Seoul on Thursday rejected North Korea's fresh demand for verification that all US nuclear weapons have been withdrawn from South Korea, saying there are no such weapons on its territory.
The North made the demand on Tuesday in a foreign ministry statement seen as its first message to the incoming US administration of Barack Obama.
The communist state, which has committed itself to nuclear disarmament under a February 2007 six nation pact, called for "free field access" to ensure there are no such weapons in the South.
Washington and Seoul say US atomic weapons were withdrawn from South Korea in 1991.
The South's foreign ministry accused North Korea of "distorting the substance of the situation." It called for the North's active cooperation to denuclearise the peninsula.
In its on Tuesday statement the communist state also vowed not to give up its nuclear weapons until the United States drops its "hostile" policy and establishes diplomatic relations.
Pyongyang's comments reaffirmed current policy but came just days before the Obama administration takes power.
"There will be no such case in 100 years' time that we will hand over our nuclear weapons first without the fundamental settlement of the US hostile policy toward Korea and its nuclear threat," the statement said.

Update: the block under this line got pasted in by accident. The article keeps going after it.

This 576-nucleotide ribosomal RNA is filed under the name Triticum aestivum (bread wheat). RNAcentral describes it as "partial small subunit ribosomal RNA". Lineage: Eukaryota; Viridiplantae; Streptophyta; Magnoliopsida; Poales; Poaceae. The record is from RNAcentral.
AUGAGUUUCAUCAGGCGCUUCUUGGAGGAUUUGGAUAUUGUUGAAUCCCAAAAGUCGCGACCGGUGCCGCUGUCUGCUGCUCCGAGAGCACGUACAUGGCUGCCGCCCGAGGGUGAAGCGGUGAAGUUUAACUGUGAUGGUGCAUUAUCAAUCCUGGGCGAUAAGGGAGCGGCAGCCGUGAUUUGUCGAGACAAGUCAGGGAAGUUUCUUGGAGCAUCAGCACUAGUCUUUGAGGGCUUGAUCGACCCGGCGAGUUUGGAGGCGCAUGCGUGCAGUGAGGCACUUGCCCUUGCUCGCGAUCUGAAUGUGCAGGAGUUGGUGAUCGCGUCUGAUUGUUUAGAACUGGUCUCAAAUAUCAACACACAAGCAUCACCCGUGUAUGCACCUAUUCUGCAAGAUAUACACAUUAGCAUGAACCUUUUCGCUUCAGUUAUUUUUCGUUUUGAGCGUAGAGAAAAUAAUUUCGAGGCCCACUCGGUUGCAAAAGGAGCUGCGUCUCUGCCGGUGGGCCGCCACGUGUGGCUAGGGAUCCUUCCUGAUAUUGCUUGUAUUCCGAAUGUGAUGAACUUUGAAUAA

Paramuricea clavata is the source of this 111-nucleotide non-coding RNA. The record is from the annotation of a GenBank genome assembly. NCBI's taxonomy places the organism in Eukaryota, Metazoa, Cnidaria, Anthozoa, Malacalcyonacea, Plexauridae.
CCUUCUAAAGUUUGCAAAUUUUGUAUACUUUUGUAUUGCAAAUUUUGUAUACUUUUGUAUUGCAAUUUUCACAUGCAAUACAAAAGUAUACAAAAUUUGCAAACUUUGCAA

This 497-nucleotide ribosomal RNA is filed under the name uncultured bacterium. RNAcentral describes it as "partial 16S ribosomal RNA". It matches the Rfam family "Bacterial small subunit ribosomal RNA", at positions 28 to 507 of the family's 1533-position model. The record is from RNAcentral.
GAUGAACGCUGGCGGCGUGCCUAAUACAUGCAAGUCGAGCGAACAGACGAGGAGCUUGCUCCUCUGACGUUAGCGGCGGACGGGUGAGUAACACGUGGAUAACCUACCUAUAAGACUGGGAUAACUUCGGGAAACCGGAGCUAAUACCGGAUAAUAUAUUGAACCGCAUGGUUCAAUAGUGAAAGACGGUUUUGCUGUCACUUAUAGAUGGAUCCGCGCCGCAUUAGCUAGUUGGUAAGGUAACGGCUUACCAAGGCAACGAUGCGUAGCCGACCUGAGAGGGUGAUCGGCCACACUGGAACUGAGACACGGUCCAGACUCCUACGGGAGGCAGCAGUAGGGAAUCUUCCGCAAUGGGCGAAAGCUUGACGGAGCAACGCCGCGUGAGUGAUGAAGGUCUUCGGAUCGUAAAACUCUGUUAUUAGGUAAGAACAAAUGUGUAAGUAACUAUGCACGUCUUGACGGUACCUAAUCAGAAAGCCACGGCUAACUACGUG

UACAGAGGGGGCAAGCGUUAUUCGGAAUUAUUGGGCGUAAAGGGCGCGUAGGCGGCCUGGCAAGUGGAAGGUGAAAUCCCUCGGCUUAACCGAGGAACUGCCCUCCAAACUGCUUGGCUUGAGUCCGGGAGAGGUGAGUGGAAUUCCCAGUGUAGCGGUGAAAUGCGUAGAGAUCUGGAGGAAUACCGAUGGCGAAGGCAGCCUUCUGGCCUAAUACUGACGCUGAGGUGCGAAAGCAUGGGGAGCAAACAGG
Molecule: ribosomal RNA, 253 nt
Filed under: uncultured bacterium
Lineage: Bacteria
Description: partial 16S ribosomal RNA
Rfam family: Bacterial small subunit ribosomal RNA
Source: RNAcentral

The 2007 pact calls, in its final phase, for the scrapping of the North's nuclear weapons and stockpiled material in return for aid, normalised relations with the United States and Japan and a formal peace agreement on the Korean peninsula.
The North is disabling its nuclear plants at Yongbyon under an interim phase of the pact but negotiations have not started on the final leg.
The US says the North must scrap its nuclear weaponry before diplomatic relations are forged.
The six nation talks group the two Koreas, the US, China, Russia and Japan.
Despite its latest uncompromising statement, the North has invited a South Korean team to visit Yongbyon to consider the possible purchase of 14,000 unused reactor fuel rods.
Seoul's foreign ministry said the team, led by deputy chief nuclear negotiator Hwang Joon Kook, was scheduled to arrive in the North early on Thursday evening.
Analysts saw the visit as a positive sign the North remains interested in completing the disablement.
South Korea has expressed interest in buying the rods for use at its nuclear power plants.